My Sportsman Choice: Babe Ruth
Posted: Thursday November 18, 2004 11:55AM; Updated: Thursday November 18, 2004 11:55AM
By Richard Deitsch
There are noble alternatives: UConn's Diana Taurasi carried a university on her 6-foot-1 frame and did it with class and grace and a smile as big as Orange County. Boxer Bernard Hopkins, at the preposterous age of 39 years and three months, beat Oscar De La Hoya to defend his middleweight crown successfully for a record 19th time. The Boston Red Sox offered a postmodern tale of a group of sports mercenaries (I realize free-agents is the more polite term) banding together for one glorious cause.
Such figures all had a major impact on sports in 2004. But none had the impact of my Sportsman of the Year, a man who has been dead and buried for the past 56 years. During the final two months of the baseball season, you couldn't read a single story on the Boston Red Sox or New York Yankees that didn't cite his paranormal presence. The Curse. Reverse The Curse. No figure cut a larger swath in this year's World Series than the phattest fat man of them all: George Herman Ruth.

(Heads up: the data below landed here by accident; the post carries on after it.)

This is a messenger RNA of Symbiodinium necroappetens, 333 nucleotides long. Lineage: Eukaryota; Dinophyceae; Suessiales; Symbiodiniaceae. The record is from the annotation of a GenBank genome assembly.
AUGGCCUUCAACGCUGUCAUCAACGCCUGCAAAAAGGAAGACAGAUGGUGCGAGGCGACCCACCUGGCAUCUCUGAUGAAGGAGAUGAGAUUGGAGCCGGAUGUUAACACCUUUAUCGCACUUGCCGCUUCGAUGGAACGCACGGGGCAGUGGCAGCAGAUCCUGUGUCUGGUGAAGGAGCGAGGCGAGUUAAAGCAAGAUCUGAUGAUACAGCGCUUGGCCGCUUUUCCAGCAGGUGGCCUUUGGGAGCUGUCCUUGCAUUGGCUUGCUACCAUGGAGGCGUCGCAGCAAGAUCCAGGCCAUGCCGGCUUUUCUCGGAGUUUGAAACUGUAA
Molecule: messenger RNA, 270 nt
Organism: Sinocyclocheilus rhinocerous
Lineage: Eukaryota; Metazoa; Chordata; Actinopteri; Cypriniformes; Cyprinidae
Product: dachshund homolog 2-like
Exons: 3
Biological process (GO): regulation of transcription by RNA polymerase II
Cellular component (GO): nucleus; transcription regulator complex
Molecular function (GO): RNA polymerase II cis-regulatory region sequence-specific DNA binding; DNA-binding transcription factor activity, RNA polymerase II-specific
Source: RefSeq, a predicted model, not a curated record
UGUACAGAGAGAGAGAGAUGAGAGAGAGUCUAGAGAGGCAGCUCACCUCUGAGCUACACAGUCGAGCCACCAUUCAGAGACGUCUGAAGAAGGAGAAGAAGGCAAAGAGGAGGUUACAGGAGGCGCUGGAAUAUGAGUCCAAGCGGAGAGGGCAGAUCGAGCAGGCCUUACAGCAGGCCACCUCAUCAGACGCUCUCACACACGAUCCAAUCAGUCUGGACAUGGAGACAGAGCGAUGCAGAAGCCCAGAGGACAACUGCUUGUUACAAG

If SI had been publishing in the 1920s -- Get a Red Grange football phone with your subscription! -- Ruth would have been Sportsman of the Year at least a half-dozen times. His impact today remains as large as his 44-ounce bat. In '04 he crossed oceans (The Times of London titled the Red Sox win as Babe Ruth's Curse: Things Come to Teams That Wait) and continents (86 Years on, Boston Banish Curse blared a headline from The Indian Express). My favorite headline came from Australia's The Maitland Mercury (Ruthless Red Sox Bury Bogey).
Red Sox owner Harry Frazee fecklessly traded Ruth all those years ago, and his team paid a serious price. After 86 years, the Big Man finally decided to be a good sport. Sure, you can say Ruth is a flippant pick, but I believe in curses. And I believed in The Curse. You don't tug on Superman's cape. You don't spit into the wind. You don't pull the mask off the old Lone Ranger, and you don't mess with The Babe.
So I'm not taking any chances with The Bambino, who died at the age of 53 on Aug. 16, 1948, the same day six years later that Sports Illustrated published for the first time.
Sports Illustrated will announce the 2004 Sportsman of the Year winner on FOX on November 28. Check back every weekday until then to read more Sportsman picks from SI writers.